“We have a solid track record of operating safe and secure facilities while providing our customers with savings,” said Issa Arnita, a spokesman for Management & Training Corp., which runs one of Florida’s seven private prisons.
CCA says its standards of care ensure fair and ethical treatment of inmates, and GEO “has always been committed to protecting human rights,” said spokesman Pablo Paez.
Still, the issues won’t go away. After student protests in March over alleged prisoner mistreatment, GEO withdrew a $6 million gift to Florida Atlantic University offered in exchange for stadium naming rights.
GEO emphasizes that protesters cited old cases. Some lawsuits alleging human rights violations over the years have been settled. Paez says the agreements reflected business decisions, not the merits of the cases.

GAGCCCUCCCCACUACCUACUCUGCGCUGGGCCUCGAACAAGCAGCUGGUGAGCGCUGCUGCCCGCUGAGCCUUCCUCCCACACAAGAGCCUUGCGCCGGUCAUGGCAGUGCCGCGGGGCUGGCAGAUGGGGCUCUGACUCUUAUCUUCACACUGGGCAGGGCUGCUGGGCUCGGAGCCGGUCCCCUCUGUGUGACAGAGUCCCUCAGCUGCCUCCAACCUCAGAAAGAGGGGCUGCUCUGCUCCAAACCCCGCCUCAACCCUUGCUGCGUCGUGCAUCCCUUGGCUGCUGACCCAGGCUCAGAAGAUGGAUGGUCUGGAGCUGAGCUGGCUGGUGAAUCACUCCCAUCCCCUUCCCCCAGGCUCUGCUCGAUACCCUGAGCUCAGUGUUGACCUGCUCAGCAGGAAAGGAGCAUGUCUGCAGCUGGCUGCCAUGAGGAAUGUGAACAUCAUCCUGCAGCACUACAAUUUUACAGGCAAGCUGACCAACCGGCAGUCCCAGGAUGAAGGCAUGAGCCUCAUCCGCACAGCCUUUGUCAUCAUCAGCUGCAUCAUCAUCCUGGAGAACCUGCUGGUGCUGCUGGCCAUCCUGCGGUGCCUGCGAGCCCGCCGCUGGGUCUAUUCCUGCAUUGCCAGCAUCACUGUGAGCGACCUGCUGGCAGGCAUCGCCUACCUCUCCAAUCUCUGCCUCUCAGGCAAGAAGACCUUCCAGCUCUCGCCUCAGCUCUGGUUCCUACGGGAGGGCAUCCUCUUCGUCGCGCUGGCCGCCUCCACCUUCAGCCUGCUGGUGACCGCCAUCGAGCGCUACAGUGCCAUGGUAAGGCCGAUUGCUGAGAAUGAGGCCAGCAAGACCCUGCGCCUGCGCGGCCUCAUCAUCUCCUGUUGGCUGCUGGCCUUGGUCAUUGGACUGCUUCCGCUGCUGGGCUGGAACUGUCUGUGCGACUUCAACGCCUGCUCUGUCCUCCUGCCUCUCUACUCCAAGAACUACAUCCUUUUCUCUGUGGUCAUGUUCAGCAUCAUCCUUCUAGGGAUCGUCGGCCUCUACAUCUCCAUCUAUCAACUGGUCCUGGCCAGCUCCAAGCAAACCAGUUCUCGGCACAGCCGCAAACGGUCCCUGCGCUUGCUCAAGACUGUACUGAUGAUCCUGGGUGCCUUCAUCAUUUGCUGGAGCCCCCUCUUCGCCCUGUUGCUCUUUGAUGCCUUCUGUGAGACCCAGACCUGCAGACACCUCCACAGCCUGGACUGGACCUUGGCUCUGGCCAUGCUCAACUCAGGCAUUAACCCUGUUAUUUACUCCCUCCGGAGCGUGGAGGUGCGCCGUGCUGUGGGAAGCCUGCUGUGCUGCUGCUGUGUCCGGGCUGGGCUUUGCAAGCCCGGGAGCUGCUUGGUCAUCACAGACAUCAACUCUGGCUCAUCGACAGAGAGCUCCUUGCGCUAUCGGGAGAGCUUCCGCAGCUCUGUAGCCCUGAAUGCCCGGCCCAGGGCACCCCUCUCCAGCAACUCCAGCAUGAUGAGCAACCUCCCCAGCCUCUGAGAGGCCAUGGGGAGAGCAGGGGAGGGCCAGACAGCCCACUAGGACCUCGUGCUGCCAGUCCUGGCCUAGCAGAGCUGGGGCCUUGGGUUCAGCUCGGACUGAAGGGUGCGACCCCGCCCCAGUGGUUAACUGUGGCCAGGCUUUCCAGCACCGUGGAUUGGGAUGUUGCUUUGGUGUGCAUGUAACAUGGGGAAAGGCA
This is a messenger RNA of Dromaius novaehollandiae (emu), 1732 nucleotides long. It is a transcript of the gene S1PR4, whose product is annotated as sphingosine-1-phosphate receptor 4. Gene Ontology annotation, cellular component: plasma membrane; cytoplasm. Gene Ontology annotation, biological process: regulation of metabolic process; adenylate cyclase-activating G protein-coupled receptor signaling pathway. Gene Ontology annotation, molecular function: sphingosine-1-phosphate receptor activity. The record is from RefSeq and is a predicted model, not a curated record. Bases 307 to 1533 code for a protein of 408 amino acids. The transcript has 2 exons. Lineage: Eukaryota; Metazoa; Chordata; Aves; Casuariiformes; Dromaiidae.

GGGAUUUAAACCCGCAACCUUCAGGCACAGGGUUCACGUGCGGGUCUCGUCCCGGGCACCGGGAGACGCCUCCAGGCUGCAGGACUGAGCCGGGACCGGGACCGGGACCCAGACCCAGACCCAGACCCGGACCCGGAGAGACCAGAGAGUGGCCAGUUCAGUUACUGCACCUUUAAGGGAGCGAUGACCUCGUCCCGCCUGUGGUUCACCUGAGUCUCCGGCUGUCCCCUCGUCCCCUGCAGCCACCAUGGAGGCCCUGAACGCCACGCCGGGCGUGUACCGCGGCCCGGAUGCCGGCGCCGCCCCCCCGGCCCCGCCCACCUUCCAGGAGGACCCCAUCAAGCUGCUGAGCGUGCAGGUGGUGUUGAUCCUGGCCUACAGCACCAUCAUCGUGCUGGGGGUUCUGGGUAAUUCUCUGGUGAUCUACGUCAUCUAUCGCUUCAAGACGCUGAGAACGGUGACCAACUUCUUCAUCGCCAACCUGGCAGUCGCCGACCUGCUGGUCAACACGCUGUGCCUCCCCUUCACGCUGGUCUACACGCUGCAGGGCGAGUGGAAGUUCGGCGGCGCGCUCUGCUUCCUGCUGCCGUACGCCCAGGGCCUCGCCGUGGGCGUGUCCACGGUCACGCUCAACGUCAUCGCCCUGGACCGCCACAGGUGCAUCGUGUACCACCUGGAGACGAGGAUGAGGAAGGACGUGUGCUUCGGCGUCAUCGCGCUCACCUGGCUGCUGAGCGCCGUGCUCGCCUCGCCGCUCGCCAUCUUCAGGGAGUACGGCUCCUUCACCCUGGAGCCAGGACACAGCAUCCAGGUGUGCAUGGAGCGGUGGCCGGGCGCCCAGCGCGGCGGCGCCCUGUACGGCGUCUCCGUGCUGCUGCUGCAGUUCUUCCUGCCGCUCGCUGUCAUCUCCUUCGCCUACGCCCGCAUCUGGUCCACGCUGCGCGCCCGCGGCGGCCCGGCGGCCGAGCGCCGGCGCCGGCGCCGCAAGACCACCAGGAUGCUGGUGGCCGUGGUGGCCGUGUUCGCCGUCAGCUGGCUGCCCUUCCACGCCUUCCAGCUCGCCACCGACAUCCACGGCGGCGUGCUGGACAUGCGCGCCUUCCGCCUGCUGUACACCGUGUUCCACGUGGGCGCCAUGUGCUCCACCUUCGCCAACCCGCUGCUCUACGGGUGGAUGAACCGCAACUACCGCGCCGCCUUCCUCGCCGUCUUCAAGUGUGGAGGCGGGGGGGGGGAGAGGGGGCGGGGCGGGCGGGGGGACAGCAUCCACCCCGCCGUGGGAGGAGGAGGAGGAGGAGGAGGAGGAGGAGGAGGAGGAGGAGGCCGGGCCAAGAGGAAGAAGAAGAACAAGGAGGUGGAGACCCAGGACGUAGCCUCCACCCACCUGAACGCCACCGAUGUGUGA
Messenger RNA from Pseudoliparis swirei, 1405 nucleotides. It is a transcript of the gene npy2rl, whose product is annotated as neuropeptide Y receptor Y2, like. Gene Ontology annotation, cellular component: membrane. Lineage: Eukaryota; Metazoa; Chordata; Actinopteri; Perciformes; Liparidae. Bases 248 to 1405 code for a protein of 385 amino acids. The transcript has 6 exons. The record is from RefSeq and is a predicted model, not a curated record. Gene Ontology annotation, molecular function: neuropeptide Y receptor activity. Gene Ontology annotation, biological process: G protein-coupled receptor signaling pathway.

Specific records of how private prison companies are faring in Florida can be difficult to come by, in part because the companies insist on secrecy.
Recently, the state asked CCA for basic information about staffing, prisoner hygiene, job vacancies and the daily costs of running state-owned Moore Haven Correctional. CCA refused, partly claiming trade secrets.
In 2011, CCA sought to shoot down a stockholder’s proposal to issue regular public reports on rapes at its prisons. It asked the Securities and Exchange Commission to keep the idea from even being presented to shareholders, arguing that the company was already considering making the information available.